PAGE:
If there are individuals capable of producing a monstrosity as abominable as “Doom,” then there is clearly no hope for the human race. Even labeling “Doom” as a film might cast an inject pestilence into the world of cinematic endeavors and the entirety of modern artistic creation. Polish director Andrzej Bartkowiak (“Romeo Must Die,” “Exit Wounds”) — whose dissonant name is as offensive to the ears as “Doom” is to all of the senses — has not only managed to make a movie utterly devoid of even the slightest hint of imagination, but has also shamed and insulted the global community of filmmakers.
But not much can really be expected from a movie that found creative inspiration in a perverse video game. Decent writing, acting or directing is wishful thinking, indeed. But the special effects — all latex mutants and diluted blood — aren’t even remotely good.
When U.S. marines from the year 2026 journey to Mars to battle murderous mutants, there is at least the potential for a few satisfying battle scenes. However, most of the action sequences are poorly choreographed and difficult to follow, as they are all shot in darkness. Bartkowiak and team rely, instead, on incessant and unrealistic gore to keep their audiences hooked (a feat at which they fail miserably): limbs are severed by elevator doors, men feast on diseased rats and slurp up the blood-soaked wiggling tails, crazed scientists do their best van Gogh impression by ripping off their own ears and manic animals rattle dank cages.
Thankfully, the film is punctuated by a sporadic cacophony of heavy metal to distract the unfortunate few who still occupied their seats.
Women in the audience are dubiously in luck, however, for the film stars Dwayne Johnson — the overly built, overly tanned and overly white-toothed wrestler-turned-action-movie-hero known as The Rock.
Johnson plays Sarge, the aptly named sergeant of the Rapid Response Tactical Squad of marines assigned to investigate a quarantined research facility on Mars. And while his performance is lackluster and devoid of his signature eyebrow-raising moves, in all fairness it must be admitted that he was not given much to work with.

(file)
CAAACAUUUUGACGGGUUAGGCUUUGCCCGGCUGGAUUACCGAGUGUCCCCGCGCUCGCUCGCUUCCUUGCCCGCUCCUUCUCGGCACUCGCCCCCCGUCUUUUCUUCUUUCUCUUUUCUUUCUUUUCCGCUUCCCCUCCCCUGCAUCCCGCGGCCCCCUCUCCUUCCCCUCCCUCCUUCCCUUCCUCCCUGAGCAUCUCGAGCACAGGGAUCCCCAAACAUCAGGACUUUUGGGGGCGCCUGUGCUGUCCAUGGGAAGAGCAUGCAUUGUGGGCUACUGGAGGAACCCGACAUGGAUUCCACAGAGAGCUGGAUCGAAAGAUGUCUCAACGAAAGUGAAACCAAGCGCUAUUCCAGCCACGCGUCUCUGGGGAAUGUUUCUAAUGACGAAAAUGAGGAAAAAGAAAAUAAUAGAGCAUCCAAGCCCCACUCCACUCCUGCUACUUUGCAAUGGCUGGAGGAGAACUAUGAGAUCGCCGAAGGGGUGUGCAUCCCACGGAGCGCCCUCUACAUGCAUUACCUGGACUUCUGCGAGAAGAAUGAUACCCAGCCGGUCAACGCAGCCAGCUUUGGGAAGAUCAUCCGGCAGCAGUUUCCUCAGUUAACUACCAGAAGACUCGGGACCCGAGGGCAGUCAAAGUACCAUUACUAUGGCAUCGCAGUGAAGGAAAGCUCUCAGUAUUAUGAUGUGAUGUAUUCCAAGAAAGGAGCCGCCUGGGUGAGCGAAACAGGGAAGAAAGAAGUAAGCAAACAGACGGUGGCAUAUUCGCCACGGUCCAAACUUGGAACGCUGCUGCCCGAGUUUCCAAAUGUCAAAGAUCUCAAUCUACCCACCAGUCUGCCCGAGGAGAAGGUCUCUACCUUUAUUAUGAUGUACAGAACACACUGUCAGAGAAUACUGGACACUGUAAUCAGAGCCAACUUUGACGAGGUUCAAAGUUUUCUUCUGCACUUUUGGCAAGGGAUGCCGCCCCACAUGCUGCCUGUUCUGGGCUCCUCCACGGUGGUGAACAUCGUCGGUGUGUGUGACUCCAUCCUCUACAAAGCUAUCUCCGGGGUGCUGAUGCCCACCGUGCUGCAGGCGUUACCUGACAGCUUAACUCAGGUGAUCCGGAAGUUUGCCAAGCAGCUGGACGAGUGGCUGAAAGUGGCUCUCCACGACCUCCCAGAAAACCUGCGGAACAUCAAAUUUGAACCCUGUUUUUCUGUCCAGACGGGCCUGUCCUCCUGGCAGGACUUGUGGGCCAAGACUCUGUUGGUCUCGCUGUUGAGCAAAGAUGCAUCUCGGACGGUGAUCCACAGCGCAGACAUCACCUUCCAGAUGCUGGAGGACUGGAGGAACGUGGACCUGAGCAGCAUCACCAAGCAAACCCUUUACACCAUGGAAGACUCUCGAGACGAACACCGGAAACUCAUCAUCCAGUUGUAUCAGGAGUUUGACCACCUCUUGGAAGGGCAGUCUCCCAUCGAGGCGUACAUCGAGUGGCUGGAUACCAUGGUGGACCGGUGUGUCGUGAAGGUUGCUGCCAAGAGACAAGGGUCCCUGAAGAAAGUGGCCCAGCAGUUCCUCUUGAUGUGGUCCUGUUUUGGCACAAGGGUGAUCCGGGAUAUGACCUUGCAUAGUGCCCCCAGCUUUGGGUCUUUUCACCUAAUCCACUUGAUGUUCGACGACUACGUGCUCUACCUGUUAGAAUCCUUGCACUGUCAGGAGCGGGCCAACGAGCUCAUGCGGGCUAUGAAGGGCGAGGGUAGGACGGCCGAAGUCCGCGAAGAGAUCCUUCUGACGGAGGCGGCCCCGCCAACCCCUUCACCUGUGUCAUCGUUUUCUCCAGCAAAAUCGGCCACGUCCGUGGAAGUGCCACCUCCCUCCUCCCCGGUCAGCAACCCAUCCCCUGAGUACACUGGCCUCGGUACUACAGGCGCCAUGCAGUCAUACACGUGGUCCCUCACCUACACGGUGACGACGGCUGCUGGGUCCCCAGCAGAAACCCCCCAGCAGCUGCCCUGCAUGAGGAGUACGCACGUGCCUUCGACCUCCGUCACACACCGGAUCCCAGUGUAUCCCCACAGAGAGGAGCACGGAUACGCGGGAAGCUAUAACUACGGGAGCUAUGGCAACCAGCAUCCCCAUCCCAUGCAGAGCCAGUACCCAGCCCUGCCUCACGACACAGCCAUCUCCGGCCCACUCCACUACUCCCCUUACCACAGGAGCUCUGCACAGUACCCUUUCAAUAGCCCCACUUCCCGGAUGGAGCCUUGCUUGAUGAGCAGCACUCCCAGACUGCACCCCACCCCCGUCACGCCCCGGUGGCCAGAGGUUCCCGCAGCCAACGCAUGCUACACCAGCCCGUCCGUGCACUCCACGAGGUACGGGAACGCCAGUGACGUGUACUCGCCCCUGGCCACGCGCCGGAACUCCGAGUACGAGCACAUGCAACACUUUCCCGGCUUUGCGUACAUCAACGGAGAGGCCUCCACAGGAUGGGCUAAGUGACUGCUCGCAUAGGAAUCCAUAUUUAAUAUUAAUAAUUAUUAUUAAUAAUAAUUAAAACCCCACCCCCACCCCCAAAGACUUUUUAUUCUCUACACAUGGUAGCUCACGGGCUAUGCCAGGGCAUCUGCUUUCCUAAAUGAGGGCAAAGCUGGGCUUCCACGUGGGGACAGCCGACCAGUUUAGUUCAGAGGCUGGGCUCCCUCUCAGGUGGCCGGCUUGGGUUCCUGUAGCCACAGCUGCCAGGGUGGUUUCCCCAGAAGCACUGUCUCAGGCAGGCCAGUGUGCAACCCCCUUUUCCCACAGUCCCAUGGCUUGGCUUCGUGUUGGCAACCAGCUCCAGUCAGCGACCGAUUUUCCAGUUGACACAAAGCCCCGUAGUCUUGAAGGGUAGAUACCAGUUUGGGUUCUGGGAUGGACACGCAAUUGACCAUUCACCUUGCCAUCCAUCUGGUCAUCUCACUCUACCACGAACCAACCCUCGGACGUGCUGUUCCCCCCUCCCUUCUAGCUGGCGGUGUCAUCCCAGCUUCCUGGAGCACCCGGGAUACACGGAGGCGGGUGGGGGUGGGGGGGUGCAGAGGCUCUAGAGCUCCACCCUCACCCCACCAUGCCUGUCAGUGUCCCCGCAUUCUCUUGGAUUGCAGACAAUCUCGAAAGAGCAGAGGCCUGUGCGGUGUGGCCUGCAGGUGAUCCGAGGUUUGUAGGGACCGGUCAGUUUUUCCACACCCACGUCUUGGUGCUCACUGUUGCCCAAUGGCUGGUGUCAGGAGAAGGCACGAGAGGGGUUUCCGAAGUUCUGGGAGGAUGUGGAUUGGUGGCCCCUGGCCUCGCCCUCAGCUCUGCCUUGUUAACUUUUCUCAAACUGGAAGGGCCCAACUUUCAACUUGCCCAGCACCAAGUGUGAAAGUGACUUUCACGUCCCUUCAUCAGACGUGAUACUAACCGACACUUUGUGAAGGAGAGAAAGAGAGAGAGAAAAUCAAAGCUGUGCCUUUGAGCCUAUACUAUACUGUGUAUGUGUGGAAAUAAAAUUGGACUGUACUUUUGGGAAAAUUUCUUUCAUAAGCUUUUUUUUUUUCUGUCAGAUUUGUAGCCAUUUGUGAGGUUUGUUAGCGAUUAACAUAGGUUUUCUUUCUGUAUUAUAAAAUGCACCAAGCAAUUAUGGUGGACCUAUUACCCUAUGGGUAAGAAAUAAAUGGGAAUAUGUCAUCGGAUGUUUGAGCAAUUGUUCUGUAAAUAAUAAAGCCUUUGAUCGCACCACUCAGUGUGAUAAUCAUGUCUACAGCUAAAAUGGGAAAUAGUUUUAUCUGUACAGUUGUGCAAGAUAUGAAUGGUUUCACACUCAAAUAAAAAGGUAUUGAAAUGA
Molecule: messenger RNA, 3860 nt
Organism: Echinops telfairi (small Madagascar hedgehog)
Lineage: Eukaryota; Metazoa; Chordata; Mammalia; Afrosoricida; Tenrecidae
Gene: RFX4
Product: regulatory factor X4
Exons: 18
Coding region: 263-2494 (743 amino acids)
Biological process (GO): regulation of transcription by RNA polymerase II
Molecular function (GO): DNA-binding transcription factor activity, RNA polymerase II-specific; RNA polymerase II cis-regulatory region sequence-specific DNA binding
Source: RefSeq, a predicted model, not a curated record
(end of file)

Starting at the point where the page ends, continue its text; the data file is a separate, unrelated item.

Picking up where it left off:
Interestingly enough, The Rock is not the main character of “Doom” — a fact that does not become apparent to those unfamiliar with the iconic video game until the film is nearly over. Rather, the story clumsily brings John Grimm “Reaper” into its focus. Played by Karl Urban, who would have been better off sticking to small parts in “The Lord of the Rings,” the role sacrifices much of its face time for an inane first-person shoot perspective.
On Mars, Reaper meets up with his forensic archaeologist sister, Sam Grimm (Rosamund Pike, whose continual attempts to escape the research facility inspire escape the theater). In a desperate effort to humanize two-dimensional pixel-based characters, Bartkowiak gives the Grimm siblings the hackneyed back-story of being brother and sister estranged after the tragic death of their truth-seeking scientist parents. But this banal tale is unconvincing and fails to add any real depth to either character.
Bartkowiak also tries to imbue his, questionable, piece de resistance with religious overtones. In the middle of a covert operation, one of the marines absurdly uncovers a heavily scarred arm to inscribe yet another cross in his flesh after taking the Lord’s name in vain — religious self-flagellation has never been so comical. Similarly, the film tries to preach about DNA tampering, but it is impossible to take seriously a film in which characters have more believable dialogue with their firearms than with each other.
Despite these intermittent and listless attempts at giving “Doom” substance, in the end it offers only carnage. Most of the movie is devoted to Sarge and his team as they chase mutants that are unimaginatively a hybrid of James Cameron’s “Aliens” creations and the zombies of “28 Days Later.” And because this carnage is so unrealistic, “Doom” fails to entertain even those sorry moviegoers who seek nothing more than a blood-and-guts quick fix. The only population sector that might enjoy this fiasco of a production are those who are too busy playing “Doom 3” on their computers to actually make their way to the theaters.